Now, there are real health dangers when we don’t have air conditioning on extremely hot days. According to the Environmental Protection Agency, heat is the leading weather-related cause of death in the U.S. Do you remember those 12 elderly residents in the South Florida nursing home after Hurricane Irma? The storm didn’t kill them. The near 100-degree temperatures inside the nursing home after they lost power is what killed them.
Jerika Mobley: If the tenant had a disability, and the heat is exacerbating the tenant's disability, the tenant could consider requesting an accommodation from the landlord that includes operational air conditioning. If the request is reasonable, then the landlord should comply.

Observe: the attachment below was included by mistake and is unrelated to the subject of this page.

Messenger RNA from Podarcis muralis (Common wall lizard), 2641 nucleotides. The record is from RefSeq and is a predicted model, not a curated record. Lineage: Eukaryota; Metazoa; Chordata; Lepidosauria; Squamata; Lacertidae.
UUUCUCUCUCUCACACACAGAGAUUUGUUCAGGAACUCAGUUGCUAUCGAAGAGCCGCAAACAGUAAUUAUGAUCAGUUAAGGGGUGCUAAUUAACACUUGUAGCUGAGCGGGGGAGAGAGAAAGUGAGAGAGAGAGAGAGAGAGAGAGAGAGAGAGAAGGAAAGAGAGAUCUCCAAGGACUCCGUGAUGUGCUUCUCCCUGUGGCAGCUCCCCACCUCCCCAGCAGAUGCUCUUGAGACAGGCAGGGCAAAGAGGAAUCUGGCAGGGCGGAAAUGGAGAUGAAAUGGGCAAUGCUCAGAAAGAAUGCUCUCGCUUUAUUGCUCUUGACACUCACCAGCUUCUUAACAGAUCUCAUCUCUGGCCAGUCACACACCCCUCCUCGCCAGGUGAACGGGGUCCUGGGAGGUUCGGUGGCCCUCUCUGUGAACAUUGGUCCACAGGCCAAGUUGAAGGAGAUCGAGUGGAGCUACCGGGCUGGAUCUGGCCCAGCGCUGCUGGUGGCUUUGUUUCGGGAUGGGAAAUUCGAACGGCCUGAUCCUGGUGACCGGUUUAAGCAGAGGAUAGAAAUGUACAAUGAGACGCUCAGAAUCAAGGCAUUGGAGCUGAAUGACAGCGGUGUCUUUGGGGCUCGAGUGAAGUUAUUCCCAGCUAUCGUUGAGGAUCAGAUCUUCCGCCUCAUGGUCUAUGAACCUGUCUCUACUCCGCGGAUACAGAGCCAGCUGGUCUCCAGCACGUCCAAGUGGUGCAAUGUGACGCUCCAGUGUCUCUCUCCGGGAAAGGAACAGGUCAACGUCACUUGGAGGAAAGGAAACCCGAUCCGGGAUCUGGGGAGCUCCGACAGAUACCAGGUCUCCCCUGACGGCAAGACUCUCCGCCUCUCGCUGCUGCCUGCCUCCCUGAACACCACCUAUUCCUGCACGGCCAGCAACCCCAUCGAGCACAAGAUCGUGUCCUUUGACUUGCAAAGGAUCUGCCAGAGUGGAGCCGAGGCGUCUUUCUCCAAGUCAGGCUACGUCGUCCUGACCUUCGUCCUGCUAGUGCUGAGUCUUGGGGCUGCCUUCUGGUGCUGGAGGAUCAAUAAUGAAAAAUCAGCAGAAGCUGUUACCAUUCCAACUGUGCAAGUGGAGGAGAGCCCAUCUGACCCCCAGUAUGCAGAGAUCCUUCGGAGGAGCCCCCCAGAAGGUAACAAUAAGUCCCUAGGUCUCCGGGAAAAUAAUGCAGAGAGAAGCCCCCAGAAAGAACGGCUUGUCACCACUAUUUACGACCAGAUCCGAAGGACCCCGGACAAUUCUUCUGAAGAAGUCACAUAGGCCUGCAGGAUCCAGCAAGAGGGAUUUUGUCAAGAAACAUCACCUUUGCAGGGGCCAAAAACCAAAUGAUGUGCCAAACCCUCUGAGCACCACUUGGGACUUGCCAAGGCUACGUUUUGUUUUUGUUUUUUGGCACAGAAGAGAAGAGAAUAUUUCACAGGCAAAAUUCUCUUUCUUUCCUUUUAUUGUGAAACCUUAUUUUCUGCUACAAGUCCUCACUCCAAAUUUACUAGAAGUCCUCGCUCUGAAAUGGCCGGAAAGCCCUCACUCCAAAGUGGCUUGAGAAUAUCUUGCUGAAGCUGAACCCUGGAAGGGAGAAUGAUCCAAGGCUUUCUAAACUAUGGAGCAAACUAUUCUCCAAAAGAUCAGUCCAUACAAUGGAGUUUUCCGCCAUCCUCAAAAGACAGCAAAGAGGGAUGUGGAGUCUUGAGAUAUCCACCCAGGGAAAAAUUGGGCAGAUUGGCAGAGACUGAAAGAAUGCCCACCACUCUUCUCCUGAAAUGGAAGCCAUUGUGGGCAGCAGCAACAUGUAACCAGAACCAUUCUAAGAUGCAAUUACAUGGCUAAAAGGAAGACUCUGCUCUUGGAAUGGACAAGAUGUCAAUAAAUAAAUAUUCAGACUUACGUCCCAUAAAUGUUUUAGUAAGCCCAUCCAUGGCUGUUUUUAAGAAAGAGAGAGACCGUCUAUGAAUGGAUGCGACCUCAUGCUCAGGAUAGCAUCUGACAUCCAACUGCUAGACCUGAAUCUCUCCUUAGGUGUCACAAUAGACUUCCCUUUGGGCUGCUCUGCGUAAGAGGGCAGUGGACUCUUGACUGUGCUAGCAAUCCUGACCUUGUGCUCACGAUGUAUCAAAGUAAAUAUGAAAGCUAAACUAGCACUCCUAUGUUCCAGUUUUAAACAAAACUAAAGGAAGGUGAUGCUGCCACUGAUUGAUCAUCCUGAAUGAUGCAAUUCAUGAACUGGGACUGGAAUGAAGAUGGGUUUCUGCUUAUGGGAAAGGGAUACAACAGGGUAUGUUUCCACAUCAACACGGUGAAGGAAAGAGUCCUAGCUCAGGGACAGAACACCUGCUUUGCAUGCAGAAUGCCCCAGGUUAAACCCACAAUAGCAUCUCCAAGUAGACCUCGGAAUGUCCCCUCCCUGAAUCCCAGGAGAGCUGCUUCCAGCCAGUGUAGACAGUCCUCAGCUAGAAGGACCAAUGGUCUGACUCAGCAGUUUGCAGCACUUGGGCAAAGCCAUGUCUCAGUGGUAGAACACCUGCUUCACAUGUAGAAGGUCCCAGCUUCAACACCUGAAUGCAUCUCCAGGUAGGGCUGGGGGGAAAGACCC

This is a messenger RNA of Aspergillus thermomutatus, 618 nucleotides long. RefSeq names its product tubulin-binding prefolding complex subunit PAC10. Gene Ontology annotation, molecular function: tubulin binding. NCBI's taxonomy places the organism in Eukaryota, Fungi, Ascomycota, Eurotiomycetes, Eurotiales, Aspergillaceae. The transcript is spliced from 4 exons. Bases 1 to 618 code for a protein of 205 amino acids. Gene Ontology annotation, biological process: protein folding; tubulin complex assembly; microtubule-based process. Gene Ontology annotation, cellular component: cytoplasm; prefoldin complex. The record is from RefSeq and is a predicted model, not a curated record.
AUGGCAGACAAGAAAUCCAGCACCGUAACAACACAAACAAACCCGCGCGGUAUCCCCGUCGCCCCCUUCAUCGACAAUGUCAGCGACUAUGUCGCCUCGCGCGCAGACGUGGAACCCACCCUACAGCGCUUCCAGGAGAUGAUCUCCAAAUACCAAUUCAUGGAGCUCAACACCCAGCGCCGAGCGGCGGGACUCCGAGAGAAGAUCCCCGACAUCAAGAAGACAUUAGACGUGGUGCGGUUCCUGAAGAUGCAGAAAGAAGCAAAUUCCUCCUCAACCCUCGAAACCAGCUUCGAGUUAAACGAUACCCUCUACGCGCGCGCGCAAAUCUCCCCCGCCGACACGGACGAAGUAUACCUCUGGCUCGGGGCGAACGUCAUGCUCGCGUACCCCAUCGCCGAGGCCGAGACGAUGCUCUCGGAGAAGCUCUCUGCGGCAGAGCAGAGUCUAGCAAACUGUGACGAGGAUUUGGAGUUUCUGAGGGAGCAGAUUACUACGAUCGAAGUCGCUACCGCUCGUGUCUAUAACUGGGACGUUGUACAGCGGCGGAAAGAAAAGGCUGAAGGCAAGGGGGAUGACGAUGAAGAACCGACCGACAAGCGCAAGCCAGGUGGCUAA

Tenants do have recourse. Tenants have options. If the landlord materially fails to maintain the premises, they can deliver written notice to the landlord specifying the material non-compliance. Tenants can withhold rent or they can terminate the lease and immediately vacate if repairs are not made within seven days. But the risk is, if the premises is still habitable, if it's still considered safe, sanitary and fit for living, the landlord's non-compliance likely isn't material. Since air conditioning is not a necessary condition of habitability, it is risky for tenants to try to withhold rent or terminate the lease and vacate.
I would suggest that tenants consider alternatives if remaining in those conditions isn't threatening their health. Like I said, applying for LIHEAP. If they have the funds, purchasing those standing, ceiling or window fans or a window air-conditioning unit. Or possibly asking the landlord to supply those temporary units. You never know, the landlord might be willing.